Future Accelerator Challenges in Support of High-Energy Physics

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Historically, progress in high-energy physics has largely been determined by development of more capable particle accelerators. This trend continues today with the imminent commissioning of the Large Hadron Collider at CERN, and the worldwide development effort toward the International Linear Collider. Looking ahead, there are two scientific areas ripe for further exploration--the energy frontier and the precision frontier. To explore the energy frontier, two approaches toward multi-TeV beams are being studied, an electron-positron linear collider based on a novel two-beam powering system (CLIC), and a Muon Collider. Work on the precision frontier involves accelerators with very high intensity, including a ... continued below

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Zisman, Michael S. & Zisman, M.S. May 3, 2008.

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Historically, progress in high-energy physics has largely been determined by development of more capable particle accelerators. This trend continues today with the imminent commissioning of the Large Hadron Collider at CERN, and the worldwide development effort toward the International Linear Collider. Looking ahead, there are two scientific areas ripe for further exploration--the energy frontier and the precision frontier. To explore the energy frontier, two approaches toward multi-TeV beams are being studied, an electron-positron linear collider based on a novel two-beam powering system (CLIC), and a Muon Collider. Work on the precision frontier involves accelerators with very high intensity, including a Super-BFactory and a muon-based Neutrino Factory. Without question, one of the most promising approaches is the development of muon-beam accelerators. Such machines have very high scientific potential, and would substantially advance the state-of-the-art in accelerator design. The challenges of the new generation of accelerators, and how these can be accommodated in the accelerator design, are described. To reap their scientific benefits, all of these frontier accelerators will require sophisticated instrumentation to characterize the beam and control it with unprecedented precision.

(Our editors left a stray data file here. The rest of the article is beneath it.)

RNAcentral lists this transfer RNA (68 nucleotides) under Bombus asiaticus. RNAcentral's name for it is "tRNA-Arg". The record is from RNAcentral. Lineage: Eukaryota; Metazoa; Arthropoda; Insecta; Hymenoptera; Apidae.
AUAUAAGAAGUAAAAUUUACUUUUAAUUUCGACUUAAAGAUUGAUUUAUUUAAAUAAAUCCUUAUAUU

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  • Beam Instrumentation Workshop 2008, Tahoe City, CA , May 4-8, 2008

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  • Report No.: LBNL-266E
  • Grant Number: DE-AC02-05CH11231
  • Office of Scientific & Technical Information Report Number: 928957
  • Archival Resource Key: ark:/67531/metadc899571

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Office of Scientific & Technical Information Technical Reports

Reports, articles and other documents harvested from the Office of Scientific and Technical Information.

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  • May 3, 2008

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  • Sept. 27, 2016, 1:39 a.m.

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  • Oct. 31, 2016, 11:55 a.m.

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Zisman, Michael S. & Zisman, M.S. Future Accelerator Challenges in Support of High-Energy Physics, article, May 3, 2008; Berkeley, California. (digital.library.unt.edu/ark:/67531/metadc899571/: accessed September 25, 2018), University of North Texas Libraries, Digital Library, digital.library.unt.edu; crediting UNT Libraries Government Documents Department.